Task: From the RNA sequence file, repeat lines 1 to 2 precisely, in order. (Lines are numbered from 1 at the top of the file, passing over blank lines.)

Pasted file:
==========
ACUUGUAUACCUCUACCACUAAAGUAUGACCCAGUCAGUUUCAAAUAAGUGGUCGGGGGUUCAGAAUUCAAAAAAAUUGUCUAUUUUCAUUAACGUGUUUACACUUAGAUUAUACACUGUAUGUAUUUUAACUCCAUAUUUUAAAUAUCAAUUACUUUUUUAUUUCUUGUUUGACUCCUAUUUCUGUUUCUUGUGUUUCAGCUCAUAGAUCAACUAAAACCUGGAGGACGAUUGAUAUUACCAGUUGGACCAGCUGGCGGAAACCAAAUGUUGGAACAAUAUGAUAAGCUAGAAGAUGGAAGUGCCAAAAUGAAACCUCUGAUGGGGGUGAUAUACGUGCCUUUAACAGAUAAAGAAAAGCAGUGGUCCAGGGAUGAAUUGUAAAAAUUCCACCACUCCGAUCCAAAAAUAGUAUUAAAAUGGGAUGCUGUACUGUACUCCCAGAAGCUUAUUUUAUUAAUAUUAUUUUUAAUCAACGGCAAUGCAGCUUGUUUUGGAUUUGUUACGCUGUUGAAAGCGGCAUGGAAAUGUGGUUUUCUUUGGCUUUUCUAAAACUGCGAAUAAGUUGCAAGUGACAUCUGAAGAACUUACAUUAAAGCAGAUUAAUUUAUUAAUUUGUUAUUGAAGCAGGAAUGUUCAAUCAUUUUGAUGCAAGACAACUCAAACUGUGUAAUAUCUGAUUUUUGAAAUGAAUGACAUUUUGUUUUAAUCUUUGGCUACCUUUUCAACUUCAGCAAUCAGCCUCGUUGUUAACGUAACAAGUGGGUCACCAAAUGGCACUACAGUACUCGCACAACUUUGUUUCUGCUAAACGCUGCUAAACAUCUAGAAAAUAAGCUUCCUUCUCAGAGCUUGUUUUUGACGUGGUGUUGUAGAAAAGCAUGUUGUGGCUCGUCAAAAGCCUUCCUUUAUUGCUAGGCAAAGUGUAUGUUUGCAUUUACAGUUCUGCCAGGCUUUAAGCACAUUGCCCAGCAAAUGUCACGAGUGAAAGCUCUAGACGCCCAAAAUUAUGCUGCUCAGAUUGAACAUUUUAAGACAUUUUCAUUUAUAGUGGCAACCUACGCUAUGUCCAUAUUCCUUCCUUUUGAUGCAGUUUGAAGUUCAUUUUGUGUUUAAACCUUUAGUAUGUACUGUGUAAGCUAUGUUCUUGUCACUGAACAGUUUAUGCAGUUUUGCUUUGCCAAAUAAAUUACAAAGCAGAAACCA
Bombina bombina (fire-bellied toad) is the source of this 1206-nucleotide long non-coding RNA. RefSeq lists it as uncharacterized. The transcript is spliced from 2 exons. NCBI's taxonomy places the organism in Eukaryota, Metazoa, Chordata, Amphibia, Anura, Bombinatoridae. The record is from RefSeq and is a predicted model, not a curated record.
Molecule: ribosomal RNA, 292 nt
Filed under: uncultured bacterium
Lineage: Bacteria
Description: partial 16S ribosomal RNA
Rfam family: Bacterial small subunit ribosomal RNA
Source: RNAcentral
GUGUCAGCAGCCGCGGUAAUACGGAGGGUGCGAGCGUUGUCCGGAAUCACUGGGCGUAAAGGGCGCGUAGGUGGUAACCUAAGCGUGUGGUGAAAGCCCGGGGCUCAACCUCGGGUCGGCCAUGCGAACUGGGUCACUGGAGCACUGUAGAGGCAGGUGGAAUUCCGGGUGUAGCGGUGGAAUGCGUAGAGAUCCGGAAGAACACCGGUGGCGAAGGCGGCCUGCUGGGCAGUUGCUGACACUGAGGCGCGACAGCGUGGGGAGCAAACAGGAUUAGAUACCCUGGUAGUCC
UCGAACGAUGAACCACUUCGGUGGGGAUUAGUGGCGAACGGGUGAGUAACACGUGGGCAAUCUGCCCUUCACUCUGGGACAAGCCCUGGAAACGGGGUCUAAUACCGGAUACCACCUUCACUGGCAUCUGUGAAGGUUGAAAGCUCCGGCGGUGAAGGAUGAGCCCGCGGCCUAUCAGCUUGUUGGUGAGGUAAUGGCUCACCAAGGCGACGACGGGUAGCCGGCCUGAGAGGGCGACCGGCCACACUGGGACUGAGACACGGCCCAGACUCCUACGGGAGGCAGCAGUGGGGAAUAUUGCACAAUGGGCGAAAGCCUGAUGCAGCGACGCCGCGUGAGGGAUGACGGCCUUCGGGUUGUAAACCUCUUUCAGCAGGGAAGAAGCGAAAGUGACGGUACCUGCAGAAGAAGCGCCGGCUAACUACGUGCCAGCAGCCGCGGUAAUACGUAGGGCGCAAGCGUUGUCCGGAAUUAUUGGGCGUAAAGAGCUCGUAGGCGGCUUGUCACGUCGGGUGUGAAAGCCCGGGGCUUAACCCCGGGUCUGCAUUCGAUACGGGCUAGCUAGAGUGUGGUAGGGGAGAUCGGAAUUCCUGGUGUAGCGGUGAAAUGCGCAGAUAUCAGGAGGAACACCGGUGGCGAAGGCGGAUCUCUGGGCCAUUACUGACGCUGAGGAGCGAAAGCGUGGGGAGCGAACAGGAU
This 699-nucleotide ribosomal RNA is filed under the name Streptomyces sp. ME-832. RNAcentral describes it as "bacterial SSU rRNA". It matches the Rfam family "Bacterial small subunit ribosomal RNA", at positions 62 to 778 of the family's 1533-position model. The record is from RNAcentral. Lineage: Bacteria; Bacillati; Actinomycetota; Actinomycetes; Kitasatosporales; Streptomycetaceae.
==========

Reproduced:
ACUUGUAUACCUCUACCACUAAAGUAUGACCCAGUCAGUUUCAAAUAAGUGGUCGGGGGUUCAGAAUUCAAAAAAAUUGUCUAUUUUCAUUAACGUGUUUACACUUAGAUUAUACACUGUAUGUAUUUUAACUCCAUAUUUUAAAUAUCAAUUACUUUUUUAUUUCUUGUUUGACUCCUAUUUCUGUUUCUUGUGUUUCAGCUCAUAGAUCAACUAAAACCUGGAGGACGAUUGAUAUUACCAGUUGGACCAGCUGGCGGAAACCAAAUGUUGGAACAAUAUGAUAAGCUAGAAGAUGGAAGUGCCAAAAUGAAACCUCUGAUGGGGGUGAUAUACGUGCCUUUAACAGAUAAAGAAAAGCAGUGGUCCAGGGAUGAAUUGUAAAAAUUCCACCACUCCGAUCCAAAAAUAGUAUUAAAAUGGGAUGCUGUACUGUACUCCCAGAAGCUUAUUUUAUUAAUAUUAUUUUUAAUCAACGGCAAUGCAGCUUGUUUUGGAUUUGUUACGCUGUUGAAAGCGGCAUGGAAAUGUGGUUUUCUUUGGCUUUUCUAAAACUGCGAAUAAGUUGCAAGUGACAUCUGAAGAACUUACAUUAAAGCAGAUUAAUUUAUUAAUUUGUUAUUGAAGCAGGAAUGUUCAAUCAUUUUGAUGCAAGACAACUCAAACUGUGUAAUAUCUGAUUUUUGAAAUGAAUGACAUUUUGUUUUAAUCUUUGGCUACCUUUUCAACUUCAGCAAUCAGCCUCGUUGUUAACGUAACAAGUGGGUCACCAAAUGGCACUACAGUACUCGCACAACUUUGUUUCUGCUAAACGCUGCUAAACAUCUAGAAAAUAAGCUUCCUUCUCAGAGCUUGUUUUUGACGUGGUGUUGUAGAAAAGCAUGUUGUGGCUCGUCAAAAGCCUUCCUUUAUUGCUAGGCAAAGUGUAUGUUUGCAUUUACAGUUCUGCCAGGCUUUAAGCACAUUGCCCAGCAAAUGUCACGAGUGAAAGCUCUAGACGCCCAAAAUUAUGCUGCUCAGAUUGAACAUUUUAAGACAUUUUCAUUUAUAGUGGCAACCUACGCUAUGUCCAUAUUCCUUCCUUUUGAUGCAGUUUGAAGUUCAUUUUGUGUUUAAACCUUUAGUAUGUACUGUGUAAGCUAUGUUCUUGUCACUGAACAGUUUAUGCAGUUUUGCUUUGCCAAAUAAAUUACAAAGCAGAAACCA
Bombina bombina (fire-bellied toad) is the source of this 1206-nucleotide long non-coding RNA. RefSeq lists it as uncharacterized. The transcript is spliced from 2 exons. NCBI's taxonomy places the organism in Eukaryota, Metazoa, Chordata, Amphibia, Anura, Bombinatoridae. The record is from RefSeq and is a predicted model, not a curated record.